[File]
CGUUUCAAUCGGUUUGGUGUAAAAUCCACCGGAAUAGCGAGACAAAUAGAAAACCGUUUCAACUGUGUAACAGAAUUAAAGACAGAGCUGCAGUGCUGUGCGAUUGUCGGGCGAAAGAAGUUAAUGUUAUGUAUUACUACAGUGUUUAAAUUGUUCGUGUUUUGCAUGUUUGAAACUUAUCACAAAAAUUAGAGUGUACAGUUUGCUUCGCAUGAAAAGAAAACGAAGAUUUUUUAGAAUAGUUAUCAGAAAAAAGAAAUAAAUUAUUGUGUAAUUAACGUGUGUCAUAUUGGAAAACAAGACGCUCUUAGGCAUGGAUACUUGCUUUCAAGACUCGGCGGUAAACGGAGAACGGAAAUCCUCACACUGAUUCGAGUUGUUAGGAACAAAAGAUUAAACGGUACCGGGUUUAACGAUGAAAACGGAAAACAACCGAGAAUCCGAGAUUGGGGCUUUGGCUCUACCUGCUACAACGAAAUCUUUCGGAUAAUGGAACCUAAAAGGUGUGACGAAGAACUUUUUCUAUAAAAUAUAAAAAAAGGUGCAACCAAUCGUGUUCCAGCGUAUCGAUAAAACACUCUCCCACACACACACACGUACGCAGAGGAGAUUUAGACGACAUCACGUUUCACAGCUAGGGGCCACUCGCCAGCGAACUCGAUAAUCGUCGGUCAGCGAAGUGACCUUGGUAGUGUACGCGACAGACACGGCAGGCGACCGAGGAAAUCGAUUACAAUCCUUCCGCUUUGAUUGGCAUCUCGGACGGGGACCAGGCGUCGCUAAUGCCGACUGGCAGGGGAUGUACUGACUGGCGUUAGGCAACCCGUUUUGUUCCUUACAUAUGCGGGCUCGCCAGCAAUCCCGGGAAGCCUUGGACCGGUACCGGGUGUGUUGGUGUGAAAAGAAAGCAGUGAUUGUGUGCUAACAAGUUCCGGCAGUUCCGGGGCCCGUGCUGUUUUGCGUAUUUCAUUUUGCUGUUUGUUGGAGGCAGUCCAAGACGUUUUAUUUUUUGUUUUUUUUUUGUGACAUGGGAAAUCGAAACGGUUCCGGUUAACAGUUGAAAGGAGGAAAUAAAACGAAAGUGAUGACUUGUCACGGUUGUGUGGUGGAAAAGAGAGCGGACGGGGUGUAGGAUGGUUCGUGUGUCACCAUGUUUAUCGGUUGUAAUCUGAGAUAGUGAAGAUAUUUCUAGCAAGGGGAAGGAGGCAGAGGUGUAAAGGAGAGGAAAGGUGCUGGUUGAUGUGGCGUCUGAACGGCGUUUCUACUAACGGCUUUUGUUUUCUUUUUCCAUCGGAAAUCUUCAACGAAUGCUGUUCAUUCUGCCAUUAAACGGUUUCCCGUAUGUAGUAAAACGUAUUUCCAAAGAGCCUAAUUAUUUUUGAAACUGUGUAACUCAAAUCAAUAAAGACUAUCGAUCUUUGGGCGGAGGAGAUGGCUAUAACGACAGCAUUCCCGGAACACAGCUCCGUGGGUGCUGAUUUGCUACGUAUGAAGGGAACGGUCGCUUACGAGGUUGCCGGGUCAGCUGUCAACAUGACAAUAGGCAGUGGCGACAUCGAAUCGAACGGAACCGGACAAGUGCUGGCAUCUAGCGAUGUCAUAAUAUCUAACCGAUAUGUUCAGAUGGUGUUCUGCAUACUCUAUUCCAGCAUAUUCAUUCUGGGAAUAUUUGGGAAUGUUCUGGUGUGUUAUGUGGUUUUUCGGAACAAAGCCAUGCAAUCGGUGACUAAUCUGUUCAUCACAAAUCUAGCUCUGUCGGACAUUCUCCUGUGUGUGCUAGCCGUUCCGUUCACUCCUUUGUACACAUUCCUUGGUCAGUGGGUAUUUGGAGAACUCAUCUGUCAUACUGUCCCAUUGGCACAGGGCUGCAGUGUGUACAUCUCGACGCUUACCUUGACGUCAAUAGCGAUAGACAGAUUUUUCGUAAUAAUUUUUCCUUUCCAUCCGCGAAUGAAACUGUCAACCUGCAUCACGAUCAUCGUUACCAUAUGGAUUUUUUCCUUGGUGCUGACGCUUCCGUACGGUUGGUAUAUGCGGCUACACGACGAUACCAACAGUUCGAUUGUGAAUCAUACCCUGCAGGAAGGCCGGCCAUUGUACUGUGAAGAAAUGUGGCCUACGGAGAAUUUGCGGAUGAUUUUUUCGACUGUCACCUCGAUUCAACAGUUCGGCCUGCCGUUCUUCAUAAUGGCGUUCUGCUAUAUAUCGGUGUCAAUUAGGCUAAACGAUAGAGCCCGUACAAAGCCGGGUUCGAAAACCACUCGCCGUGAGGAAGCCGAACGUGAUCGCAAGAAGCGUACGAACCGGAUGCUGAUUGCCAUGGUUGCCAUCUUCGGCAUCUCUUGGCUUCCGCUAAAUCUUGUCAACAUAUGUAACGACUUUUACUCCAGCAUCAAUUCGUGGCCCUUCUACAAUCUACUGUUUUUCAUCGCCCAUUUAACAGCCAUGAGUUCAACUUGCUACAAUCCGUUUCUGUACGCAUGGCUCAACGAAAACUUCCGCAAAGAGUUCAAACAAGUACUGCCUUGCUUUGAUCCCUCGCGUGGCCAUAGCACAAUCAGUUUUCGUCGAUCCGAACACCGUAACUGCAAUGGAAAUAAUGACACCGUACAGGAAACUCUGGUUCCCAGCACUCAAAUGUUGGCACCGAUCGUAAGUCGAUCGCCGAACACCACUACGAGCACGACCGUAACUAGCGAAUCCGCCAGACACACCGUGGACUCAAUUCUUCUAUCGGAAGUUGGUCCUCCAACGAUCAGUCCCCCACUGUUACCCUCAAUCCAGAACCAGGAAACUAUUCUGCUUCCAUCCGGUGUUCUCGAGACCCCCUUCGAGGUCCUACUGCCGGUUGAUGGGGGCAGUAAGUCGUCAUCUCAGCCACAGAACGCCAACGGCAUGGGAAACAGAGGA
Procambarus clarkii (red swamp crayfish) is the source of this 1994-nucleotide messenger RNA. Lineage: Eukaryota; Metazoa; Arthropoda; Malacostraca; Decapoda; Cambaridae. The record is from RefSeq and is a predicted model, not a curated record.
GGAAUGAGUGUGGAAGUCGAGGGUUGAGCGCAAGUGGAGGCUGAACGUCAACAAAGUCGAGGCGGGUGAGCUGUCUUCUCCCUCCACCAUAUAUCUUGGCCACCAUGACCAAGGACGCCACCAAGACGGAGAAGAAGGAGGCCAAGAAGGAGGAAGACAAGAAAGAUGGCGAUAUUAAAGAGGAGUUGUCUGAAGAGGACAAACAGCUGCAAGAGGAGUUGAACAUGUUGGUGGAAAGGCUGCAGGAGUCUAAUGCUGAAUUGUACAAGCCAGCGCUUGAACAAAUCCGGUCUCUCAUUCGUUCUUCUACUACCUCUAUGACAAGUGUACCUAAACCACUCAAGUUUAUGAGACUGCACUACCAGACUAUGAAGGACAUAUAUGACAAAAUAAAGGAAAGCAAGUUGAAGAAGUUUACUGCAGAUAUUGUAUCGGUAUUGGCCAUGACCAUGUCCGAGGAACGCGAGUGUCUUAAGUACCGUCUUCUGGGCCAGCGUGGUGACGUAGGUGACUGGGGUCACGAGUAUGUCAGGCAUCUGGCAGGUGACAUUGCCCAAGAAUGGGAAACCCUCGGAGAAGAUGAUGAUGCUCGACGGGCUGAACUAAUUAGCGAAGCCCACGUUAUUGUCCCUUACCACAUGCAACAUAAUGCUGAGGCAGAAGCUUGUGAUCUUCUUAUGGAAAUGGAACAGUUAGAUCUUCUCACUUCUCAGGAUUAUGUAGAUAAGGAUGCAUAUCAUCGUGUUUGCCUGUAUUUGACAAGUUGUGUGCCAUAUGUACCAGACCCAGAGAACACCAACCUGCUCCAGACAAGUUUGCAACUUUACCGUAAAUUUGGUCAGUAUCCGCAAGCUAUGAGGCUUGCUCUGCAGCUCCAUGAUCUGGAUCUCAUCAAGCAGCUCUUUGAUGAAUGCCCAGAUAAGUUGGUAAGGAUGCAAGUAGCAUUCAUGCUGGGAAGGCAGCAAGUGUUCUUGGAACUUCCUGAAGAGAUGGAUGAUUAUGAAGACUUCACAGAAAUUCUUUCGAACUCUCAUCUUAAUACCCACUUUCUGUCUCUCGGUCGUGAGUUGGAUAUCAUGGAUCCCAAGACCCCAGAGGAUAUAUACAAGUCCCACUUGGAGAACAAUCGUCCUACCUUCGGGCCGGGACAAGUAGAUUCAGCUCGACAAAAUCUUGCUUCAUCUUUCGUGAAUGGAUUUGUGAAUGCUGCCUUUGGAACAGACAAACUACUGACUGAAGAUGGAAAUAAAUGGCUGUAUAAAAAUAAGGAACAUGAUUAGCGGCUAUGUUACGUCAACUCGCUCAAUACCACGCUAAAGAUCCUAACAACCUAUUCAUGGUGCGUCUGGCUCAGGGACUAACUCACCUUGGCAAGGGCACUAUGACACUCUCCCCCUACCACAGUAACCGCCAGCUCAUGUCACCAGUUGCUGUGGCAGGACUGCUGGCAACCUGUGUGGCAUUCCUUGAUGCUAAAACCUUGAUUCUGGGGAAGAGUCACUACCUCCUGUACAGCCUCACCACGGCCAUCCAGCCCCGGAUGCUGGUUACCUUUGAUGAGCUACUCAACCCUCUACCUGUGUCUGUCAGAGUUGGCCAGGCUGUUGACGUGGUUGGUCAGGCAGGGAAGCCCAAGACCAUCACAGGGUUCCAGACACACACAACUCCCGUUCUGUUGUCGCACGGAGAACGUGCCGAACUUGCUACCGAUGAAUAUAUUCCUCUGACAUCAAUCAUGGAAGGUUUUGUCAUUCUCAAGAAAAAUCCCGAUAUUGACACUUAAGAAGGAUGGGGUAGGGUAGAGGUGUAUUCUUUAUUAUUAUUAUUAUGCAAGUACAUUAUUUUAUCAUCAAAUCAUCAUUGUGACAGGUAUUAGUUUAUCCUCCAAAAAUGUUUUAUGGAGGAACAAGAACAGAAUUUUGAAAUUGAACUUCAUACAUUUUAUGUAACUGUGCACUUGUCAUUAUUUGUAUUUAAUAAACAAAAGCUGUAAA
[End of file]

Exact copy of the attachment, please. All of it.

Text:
CGUUUCAAUCGGUUUGGUGUAAAAUCCACCGGAAUAGCGAGACAAAUAGAAAACCGUUUCAACUGUGUAACAGAAUUAAAGACAGAGCUGCAGUGCUGUGCGAUUGUCGGGCGAAAGAAGUUAAUGUUAUGUAUUACUACAGUGUUUAAAUUGUUCGUGUUUUGCAUGUUUGAAACUUAUCACAAAAAUUAGAGUGUACAGUUUGCUUCGCAUGAAAAGAAAACGAAGAUUUUUUAGAAUAGUUAUCAGAAAAAAGAAAUAAAUUAUUGUGUAAUUAACGUGUGUCAUAUUGGAAAACAAGACGCUCUUAGGCAUGGAUACUUGCUUUCAAGACUCGGCGGUAAACGGAGAACGGAAAUCCUCACACUGAUUCGAGUUGUUAGGAACAAAAGAUUAAACGGUACCGGGUUUAACGAUGAAAACGGAAAACAACCGAGAAUCCGAGAUUGGGGCUUUGGCUCUACCUGCUACAACGAAAUCUUUCGGAUAAUGGAACCUAAAAGGUGUGACGAAGAACUUUUUCUAUAAAAUAUAAAAAAAGGUGCAACCAAUCGUGUUCCAGCGUAUCGAUAAAACACUCUCCCACACACACACACGUACGCAGAGGAGAUUUAGACGACAUCACGUUUCACAGCUAGGGGCCACUCGCCAGCGAACUCGAUAAUCGUCGGUCAGCGAAGUGACCUUGGUAGUGUACGCGACAGACACGGCAGGCGACCGAGGAAAUCGAUUACAAUCCUUCCGCUUUGAUUGGCAUCUCGGACGGGGACCAGGCGUCGCUAAUGCCGACUGGCAGGGGAUGUACUGACUGGCGUUAGGCAACCCGUUUUGUUCCUUACAUAUGCGGGCUCGCCAGCAAUCCCGGGAAGCCUUGGACCGGUACCGGGUGUGUUGGUGUGAAAAGAAAGCAGUGAUUGUGUGCUAACAAGUUCCGGCAGUUCCGGGGCCCGUGCUGUUUUGCGUAUUUCAUUUUGCUGUUUGUUGGAGGCAGUCCAAGACGUUUUAUUUUUUGUUUUUUUUUUGUGACAUGGGAAAUCGAAACGGUUCCGGUUAACAGUUGAAAGGAGGAAAUAAAACGAAAGUGAUGACUUGUCACGGUUGUGUGGUGGAAAAGAGAGCGGACGGGGUGUAGGAUGGUUCGUGUGUCACCAUGUUUAUCGGUUGUAAUCUGAGAUAGUGAAGAUAUUUCUAGCAAGGGGAAGGAGGCAGAGGUGUAAAGGAGAGGAAAGGUGCUGGUUGAUGUGGCGUCUGAACGGCGUUUCUACUAACGGCUUUUGUUUUCUUUUUCCAUCGGAAAUCUUCAACGAAUGCUGUUCAUUCUGCCAUUAAACGGUUUCCCGUAUGUAGUAAAACGUAUUUCCAAAGAGCCUAAUUAUUUUUGAAACUGUGUAACUCAAAUCAAUAAAGACUAUCGAUCUUUGGGCGGAGGAGAUGGCUAUAACGACAGCAUUCCCGGAACACAGCUCCGUGGGUGCUGAUUUGCUACGUAUGAAGGGAACGGUCGCUUACGAGGUUGCCGGGUCAGCUGUCAACAUGACAAUAGGCAGUGGCGACAUCGAAUCGAACGGAACCGGACAAGUGCUGGCAUCUAGCGAUGUCAUAAUAUCUAACCGAUAUGUUCAGAUGGUGUUCUGCAUACUCUAUUCCAGCAUAUUCAUUCUGGGAAUAUUUGGGAAUGUUCUGGUGUGUUAUGUGGUUUUUCGGAACAAAGCCAUGCAAUCGGUGACUAAUCUGUUCAUCACAAAUCUAGCUCUGUCGGACAUUCUCCUGUGUGUGCUAGCCGUUCCGUUCACUCCUUUGUACACAUUCCUUGGUCAGUGGGUAUUUGGAGAACUCAUCUGUCAUACUGUCCCAUUGGCACAGGGCUGCAGUGUGUACAUCUCGACGCUUACCUUGACGUCAAUAGCGAUAGACAGAUUUUUCGUAAUAAUUUUUCCUUUCCAUCCGCGAAUGAAACUGUCAACCUGCAUCACGAUCAUCGUUACCAUAUGGAUUUUUUCCUUGGUGCUGACGCUUCCGUACGGUUGGUAUAUGCGGCUACACGACGAUACCAACAGUUCGAUUGUGAAUCAUACCCUGCAGGAAGGCCGGCCAUUGUACUGUGAAGAAAUGUGGCCUACGGAGAAUUUGCGGAUGAUUUUUUCGACUGUCACCUCGAUUCAACAGUUCGGCCUGCCGUUCUUCAUAAUGGCGUUCUGCUAUAUAUCGGUGUCAAUUAGGCUAAACGAUAGAGCCCGUACAAAGCCGGGUUCGAAAACCACUCGCCGUGAGGAAGCCGAACGUGAUCGCAAGAAGCGUACGAACCGGAUGCUGAUUGCCAUGGUUGCCAUCUUCGGCAUCUCUUGGCUUCCGCUAAAUCUUGUCAACAUAUGUAACGACUUUUACUCCAGCAUCAAUUCGUGGCCCUUCUACAAUCUACUGUUUUUCAUCGCCCAUUUAACAGCCAUGAGUUCAACUUGCUACAAUCCGUUUCUGUACGCAUGGCUCAACGAAAACUUCCGCAAAGAGUUCAAACAAGUACUGCCUUGCUUUGAUCCCUCGCGUGGCCAUAGCACAAUCAGUUUUCGUCGAUCCGAACACCGUAACUGCAAUGGAAAUAAUGACACCGUACAGGAAACUCUGGUUCCCAGCACUCAAAUGUUGGCACCGAUCGUAAGUCGAUCGCCGAACACCACUACGAGCACGACCGUAACUAGCGAAUCCGCCAGACACACCGUGGACUCAAUUCUUCUAUCGGAAGUUGGUCCUCCAACGAUCAGUCCCCCACUGUUACCCUCAAUCCAGAACCAGGAAACUAUUCUGCUUCCAUCCGGUGUUCUCGAGACCCCCUUCGAGGUCCUACUGCCGGUUGAUGGGGGCAGUAAGUCGUCAUCUCAGCCACAGAACGCCAACGGCAUGGGAAACAGAGGA
Procambarus clarkii (red swamp crayfish) is the source of this 1994-nucleotide messenger RNA. Lineage: Eukaryota; Metazoa; Arthropoda; Malacostraca; Decapoda; Cambaridae. The record is from RefSeq and is a predicted model, not a curated record.
GGAAUGAGUGUGGAAGUCGAGGGUUGAGCGCAAGUGGAGGCUGAACGUCAACAAAGUCGAGGCGGGUGAGCUGUCUUCUCCCUCCACCAUAUAUCUUGGCCACCAUGACCAAGGACGCCACCAAGACGGAGAAGAAGGAGGCCAAGAAGGAGGAAGACAAGAAAGAUGGCGAUAUUAAAGAGGAGUUGUCUGAAGAGGACAAACAGCUGCAAGAGGAGUUGAACAUGUUGGUGGAAAGGCUGCAGGAGUCUAAUGCUGAAUUGUACAAGCCAGCGCUUGAACAAAUCCGGUCUCUCAUUCGUUCUUCUACUACCUCUAUGACAAGUGUACCUAAACCACUCAAGUUUAUGAGACUGCACUACCAGACUAUGAAGGACAUAUAUGACAAAAUAAAGGAAAGCAAGUUGAAGAAGUUUACUGCAGAUAUUGUAUCGGUAUUGGCCAUGACCAUGUCCGAGGAACGCGAGUGUCUUAAGUACCGUCUUCUGGGCCAGCGUGGUGACGUAGGUGACUGGGGUCACGAGUAUGUCAGGCAUCUGGCAGGUGACAUUGCCCAAGAAUGGGAAACCCUCGGAGAAGAUGAUGAUGCUCGACGGGCUGAACUAAUUAGCGAAGCCCACGUUAUUGUCCCUUACCACAUGCAACAUAAUGCUGAGGCAGAAGCUUGUGAUCUUCUUAUGGAAAUGGAACAGUUAGAUCUUCUCACUUCUCAGGAUUAUGUAGAUAAGGAUGCAUAUCAUCGUGUUUGCCUGUAUUUGACAAGUUGUGUGCCAUAUGUACCAGACCCAGAGAACACCAACCUGCUCCAGACAAGUUUGCAACUUUACCGUAAAUUUGGUCAGUAUCCGCAAGCUAUGAGGCUUGCUCUGCAGCUCCAUGAUCUGGAUCUCAUCAAGCAGCUCUUUGAUGAAUGCCCAGAUAAGUUGGUAAGGAUGCAAGUAGCAUUCAUGCUGGGAAGGCAGCAAGUGUUCUUGGAACUUCCUGAAGAGAUGGAUGAUUAUGAAGACUUCACAGAAAUUCUUUCGAACUCUCAUCUUAAUACCCACUUUCUGUCUCUCGGUCGUGAGUUGGAUAUCAUGGAUCCCAAGACCCCAGAGGAUAUAUACAAGUCCCACUUGGAGAACAAUCGUCCUACCUUCGGGCCGGGACAAGUAGAUUCAGCUCGACAAAAUCUUGCUUCAUCUUUCGUGAAUGGAUUUGUGAAUGCUGCCUUUGGAACAGACAAACUACUGACUGAAGAUGGAAAUAAAUGGCUGUAUAAAAAUAAGGAACAUGAUUAGCGGCUAUGUUACGUCAACUCGCUCAAUACCACGCUAAAGAUCCUAACAACCUAUUCAUGGUGCGUCUGGCUCAGGGACUAACUCACCUUGGCAAGGGCACUAUGACACUCUCCCCCUACCACAGUAACCGCCAGCUCAUGUCACCAGUUGCUGUGGCAGGACUGCUGGCAACCUGUGUGGCAUUCCUUGAUGCUAAAACCUUGAUUCUGGGGAAGAGUCACUACCUCCUGUACAGCCUCACCACGGCCAUCCAGCCCCGGAUGCUGGUUACCUUUGAUGAGCUACUCAACCCUCUACCUGUGUCUGUCAGAGUUGGCCAGGCUGUUGACGUGGUUGGUCAGGCAGGGAAGCCCAAGACCAUCACAGGGUUCCAGACACACACAACUCCCGUUCUGUUGUCGCACGGAGAACGUGCCGAACUUGCUACCGAUGAAUAUAUUCCUCUGACAUCAAUCAUGGAAGGUUUUGUCAUUCUCAAGAAAAAUCCCGAUAUUGACACUUAAGAAGGAUGGGGUAGGGUAGAGGUGUAUUCUUUAUUAUUAUUAUUAUGCAAGUACAUUAUUUUAUCAUCAAAUCAUCAUUGUGACAGGUAUUAGUUUAUCCUCCAAAAAUGUUUUAUGGAGGAACAAGAACAGAAUUUUGAAAUUGAACUUCAUACAUUUUAUGUAACUGUGCACUUGUCAUUAUUUGUAUUUAAUAAACAAAAGCUGUAAA